to retrofit the improvised tag soup system called "HTML" into SGML,
    started thinking that CDATA declared content wasn't really in the spirit
    of SGML. Later, nobody has really defended <xmp> against all the false
    accusations or the discrimination based just on its being different.

    <xmp> does its job well. It is true that it is anomalous, truly unique
    in its nature (if we ignore <plaintext>, which was a real oddity): it is
    the only element inside which no markup, not even character and entity
    references, is recognized, except for the end tag of the element itself.
    And this is exactly why it was invented and why it is used: to present
    text without having any markup recognized but treated as plain text.

    If you are generating HTML programmatically, it is a peace of cake to
    escape "<" and "&". Doing that by hand tends to be error-prone, and the
    only reason to bother is that some people may peek into your code and
    declare <xmp>, and you, deprecated, obsolete, forbidden, cursed,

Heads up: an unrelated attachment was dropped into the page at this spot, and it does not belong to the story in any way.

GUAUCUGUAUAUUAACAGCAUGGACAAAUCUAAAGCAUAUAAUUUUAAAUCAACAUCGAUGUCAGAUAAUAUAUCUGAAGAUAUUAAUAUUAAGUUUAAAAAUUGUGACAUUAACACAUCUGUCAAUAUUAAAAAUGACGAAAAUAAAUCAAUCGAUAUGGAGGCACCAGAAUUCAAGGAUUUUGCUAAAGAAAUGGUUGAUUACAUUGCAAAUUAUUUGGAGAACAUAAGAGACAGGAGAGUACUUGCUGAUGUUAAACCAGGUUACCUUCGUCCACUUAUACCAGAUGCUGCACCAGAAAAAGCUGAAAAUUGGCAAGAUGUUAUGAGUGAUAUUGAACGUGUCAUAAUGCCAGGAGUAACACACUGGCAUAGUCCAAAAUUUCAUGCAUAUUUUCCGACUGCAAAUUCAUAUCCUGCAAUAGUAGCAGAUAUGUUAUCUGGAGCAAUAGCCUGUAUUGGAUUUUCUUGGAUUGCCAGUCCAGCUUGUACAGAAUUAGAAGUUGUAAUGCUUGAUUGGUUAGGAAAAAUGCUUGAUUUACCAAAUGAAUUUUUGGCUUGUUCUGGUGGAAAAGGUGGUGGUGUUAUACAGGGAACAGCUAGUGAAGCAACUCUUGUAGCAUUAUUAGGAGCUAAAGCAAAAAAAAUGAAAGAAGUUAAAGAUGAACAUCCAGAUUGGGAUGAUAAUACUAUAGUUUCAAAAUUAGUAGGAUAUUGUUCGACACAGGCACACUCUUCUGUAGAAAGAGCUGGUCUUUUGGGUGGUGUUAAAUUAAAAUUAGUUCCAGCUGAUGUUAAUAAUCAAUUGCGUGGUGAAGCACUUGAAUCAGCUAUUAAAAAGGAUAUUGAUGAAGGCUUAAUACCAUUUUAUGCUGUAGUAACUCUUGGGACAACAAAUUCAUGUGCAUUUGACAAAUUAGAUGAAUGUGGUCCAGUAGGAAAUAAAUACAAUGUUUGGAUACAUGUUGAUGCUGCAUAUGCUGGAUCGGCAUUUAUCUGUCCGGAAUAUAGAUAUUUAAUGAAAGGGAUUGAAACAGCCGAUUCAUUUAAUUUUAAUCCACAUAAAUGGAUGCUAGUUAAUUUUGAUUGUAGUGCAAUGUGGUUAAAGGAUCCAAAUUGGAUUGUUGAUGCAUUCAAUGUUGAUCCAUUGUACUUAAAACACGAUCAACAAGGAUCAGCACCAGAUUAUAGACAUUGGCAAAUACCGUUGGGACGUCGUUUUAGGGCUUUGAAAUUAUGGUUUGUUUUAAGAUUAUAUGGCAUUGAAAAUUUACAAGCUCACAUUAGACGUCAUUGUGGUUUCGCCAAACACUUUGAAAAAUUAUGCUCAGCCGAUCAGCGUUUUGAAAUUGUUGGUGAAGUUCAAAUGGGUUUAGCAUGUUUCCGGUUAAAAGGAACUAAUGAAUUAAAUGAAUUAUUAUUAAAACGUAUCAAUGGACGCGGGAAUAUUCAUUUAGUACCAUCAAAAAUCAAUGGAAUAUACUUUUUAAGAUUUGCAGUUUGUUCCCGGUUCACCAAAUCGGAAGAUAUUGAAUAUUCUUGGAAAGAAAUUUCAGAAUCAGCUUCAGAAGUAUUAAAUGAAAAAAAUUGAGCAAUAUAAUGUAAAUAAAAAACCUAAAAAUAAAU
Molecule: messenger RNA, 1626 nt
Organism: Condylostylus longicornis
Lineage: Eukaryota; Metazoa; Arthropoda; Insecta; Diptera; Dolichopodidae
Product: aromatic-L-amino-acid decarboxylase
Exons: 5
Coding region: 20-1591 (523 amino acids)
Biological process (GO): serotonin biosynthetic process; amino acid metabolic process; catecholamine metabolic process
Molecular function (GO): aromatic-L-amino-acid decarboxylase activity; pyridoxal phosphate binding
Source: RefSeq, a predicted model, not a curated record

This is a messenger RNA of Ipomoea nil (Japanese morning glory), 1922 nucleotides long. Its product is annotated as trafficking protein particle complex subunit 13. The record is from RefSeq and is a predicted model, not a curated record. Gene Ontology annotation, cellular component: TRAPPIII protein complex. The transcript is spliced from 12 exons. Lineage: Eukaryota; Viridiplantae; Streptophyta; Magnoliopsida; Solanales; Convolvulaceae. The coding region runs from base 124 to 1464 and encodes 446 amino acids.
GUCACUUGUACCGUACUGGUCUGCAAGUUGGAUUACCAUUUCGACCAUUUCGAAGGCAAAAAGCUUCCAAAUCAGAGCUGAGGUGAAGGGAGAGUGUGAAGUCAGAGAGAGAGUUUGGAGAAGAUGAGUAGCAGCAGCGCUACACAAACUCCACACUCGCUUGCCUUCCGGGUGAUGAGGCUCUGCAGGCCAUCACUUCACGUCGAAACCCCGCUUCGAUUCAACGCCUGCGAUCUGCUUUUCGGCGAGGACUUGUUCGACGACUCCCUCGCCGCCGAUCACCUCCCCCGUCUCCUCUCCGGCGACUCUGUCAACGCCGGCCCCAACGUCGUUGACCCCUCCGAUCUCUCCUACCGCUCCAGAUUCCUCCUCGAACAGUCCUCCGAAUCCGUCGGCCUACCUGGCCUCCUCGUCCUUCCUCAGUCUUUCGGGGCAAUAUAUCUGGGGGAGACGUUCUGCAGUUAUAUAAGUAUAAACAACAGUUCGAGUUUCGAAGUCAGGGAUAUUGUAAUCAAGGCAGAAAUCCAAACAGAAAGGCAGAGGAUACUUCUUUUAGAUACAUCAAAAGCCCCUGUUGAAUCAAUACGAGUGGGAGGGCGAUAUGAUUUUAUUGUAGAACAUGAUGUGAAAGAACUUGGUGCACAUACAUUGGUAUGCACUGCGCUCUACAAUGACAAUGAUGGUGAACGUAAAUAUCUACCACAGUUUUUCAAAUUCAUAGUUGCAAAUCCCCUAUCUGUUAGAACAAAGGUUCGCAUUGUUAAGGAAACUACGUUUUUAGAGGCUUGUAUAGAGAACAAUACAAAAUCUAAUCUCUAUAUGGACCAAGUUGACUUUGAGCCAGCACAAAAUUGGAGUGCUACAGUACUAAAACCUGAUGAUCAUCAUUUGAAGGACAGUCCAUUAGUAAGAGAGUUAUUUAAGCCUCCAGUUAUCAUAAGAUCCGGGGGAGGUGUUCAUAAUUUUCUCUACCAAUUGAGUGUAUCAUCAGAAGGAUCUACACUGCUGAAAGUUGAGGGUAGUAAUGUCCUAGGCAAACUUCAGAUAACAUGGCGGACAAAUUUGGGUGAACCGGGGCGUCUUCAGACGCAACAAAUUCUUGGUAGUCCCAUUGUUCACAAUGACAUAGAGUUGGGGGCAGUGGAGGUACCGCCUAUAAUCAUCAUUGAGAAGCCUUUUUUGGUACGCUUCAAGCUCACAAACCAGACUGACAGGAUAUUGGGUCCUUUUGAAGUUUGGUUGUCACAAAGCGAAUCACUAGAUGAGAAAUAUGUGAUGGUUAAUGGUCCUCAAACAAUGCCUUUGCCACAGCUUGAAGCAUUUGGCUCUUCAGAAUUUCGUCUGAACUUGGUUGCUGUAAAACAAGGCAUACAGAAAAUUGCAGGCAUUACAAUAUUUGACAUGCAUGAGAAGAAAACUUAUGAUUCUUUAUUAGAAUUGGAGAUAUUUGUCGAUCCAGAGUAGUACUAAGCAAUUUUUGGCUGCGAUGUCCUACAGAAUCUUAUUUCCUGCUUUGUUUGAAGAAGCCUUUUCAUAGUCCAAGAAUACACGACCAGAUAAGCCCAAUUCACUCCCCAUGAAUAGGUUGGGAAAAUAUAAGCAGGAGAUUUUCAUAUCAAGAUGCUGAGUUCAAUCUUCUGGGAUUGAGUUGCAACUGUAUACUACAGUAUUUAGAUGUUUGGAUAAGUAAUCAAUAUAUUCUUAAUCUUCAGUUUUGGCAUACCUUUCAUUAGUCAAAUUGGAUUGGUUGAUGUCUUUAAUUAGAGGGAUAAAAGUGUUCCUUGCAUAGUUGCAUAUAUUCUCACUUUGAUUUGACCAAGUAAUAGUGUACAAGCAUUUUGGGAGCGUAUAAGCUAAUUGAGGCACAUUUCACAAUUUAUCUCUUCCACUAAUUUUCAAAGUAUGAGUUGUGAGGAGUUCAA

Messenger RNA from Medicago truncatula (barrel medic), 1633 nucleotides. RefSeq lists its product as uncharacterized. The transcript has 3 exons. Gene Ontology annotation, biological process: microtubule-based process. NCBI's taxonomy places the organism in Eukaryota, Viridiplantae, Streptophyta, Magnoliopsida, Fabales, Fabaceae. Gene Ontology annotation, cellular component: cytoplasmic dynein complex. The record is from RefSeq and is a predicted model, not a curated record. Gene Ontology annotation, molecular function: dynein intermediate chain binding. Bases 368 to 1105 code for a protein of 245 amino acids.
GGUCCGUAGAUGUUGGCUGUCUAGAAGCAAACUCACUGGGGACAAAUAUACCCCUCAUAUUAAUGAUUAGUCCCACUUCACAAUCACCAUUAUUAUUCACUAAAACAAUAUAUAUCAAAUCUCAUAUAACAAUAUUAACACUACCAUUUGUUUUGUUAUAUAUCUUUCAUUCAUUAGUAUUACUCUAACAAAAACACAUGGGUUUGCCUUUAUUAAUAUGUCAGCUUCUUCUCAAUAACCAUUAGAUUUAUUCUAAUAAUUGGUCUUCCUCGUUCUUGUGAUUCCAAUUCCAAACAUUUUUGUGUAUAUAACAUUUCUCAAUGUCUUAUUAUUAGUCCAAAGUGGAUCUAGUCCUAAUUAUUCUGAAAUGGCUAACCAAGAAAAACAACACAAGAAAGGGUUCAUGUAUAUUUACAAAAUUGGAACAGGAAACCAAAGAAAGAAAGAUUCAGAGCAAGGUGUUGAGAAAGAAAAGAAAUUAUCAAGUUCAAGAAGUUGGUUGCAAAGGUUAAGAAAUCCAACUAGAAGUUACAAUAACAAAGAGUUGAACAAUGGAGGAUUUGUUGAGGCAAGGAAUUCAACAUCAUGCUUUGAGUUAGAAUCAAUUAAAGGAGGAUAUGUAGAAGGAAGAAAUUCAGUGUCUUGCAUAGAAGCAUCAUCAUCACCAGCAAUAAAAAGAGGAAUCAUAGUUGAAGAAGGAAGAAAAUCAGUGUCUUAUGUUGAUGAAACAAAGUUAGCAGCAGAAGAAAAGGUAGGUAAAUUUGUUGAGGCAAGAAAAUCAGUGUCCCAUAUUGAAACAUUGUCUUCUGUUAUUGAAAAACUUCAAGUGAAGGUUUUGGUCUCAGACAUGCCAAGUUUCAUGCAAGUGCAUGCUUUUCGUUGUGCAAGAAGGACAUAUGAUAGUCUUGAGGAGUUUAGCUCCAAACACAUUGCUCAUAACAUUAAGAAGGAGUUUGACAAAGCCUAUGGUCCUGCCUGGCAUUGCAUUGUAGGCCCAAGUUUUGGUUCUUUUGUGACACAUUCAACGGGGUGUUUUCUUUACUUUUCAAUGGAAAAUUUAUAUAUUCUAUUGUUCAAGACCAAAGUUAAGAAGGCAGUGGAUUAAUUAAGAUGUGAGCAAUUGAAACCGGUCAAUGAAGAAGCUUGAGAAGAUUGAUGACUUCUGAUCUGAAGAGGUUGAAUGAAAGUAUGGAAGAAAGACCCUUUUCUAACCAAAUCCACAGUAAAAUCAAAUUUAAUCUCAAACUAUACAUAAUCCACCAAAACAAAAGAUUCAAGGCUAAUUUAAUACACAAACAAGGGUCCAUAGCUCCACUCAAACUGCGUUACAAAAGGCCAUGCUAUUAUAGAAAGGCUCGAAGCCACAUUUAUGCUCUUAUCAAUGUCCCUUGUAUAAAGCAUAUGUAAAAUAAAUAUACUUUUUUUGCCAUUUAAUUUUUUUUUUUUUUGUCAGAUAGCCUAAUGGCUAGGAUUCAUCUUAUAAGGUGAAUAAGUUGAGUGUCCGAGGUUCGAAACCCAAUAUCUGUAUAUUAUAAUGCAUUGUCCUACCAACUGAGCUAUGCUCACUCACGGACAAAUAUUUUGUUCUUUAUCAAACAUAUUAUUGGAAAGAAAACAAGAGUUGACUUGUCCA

anathema, etc. That's often a very real risk - and it makes people look
    for <table> as well, or anything that is "not semantic" in their book.

    --
    Yucca, http://www.cs.tut.fi/~jkorpela/
    Jukka K. Korpela, Apr 19, 2013
    #3
  4. On Friday, April 19, 2013 4:32:55 AM UTC+2, wrote:
    > We use <xmp>, a quieter version of <pre>, a lot. However, it's
    >
    > deprecated. It works great in FF and that's kinda all we care about,
    >
    > BUT, we want to play ball. What is used instead <xmp> now?


    I didn't test it now but I heard last week in my php course that you shouldbe very careful when you use a <textarea> in your code because php will take any white space as it is and then you see the curser not in the very beginnen of the box but somewhere in the middle.

    maybe you can start a game with it
    Jan Clemens Faerber, Apr 28, 2013
    #4
  5. 2013-04-28 19:06, Jan Clemens Faerber wrote:

    > I didn't test it now but I heard last week in my php course that you
    > should be very careful when you use a <textarea>


    Nobody mentioned or even alluded to <textarea> before this. So what is
    your point?

    > in your code because
    > php will take any white space as it is


    PHP does not do any such thing. Browsers that get HTML documents
    containing <textarea> elements do so, by definition.

    --
    Yucca, http://www.cs.tut.fi/~jkorpela/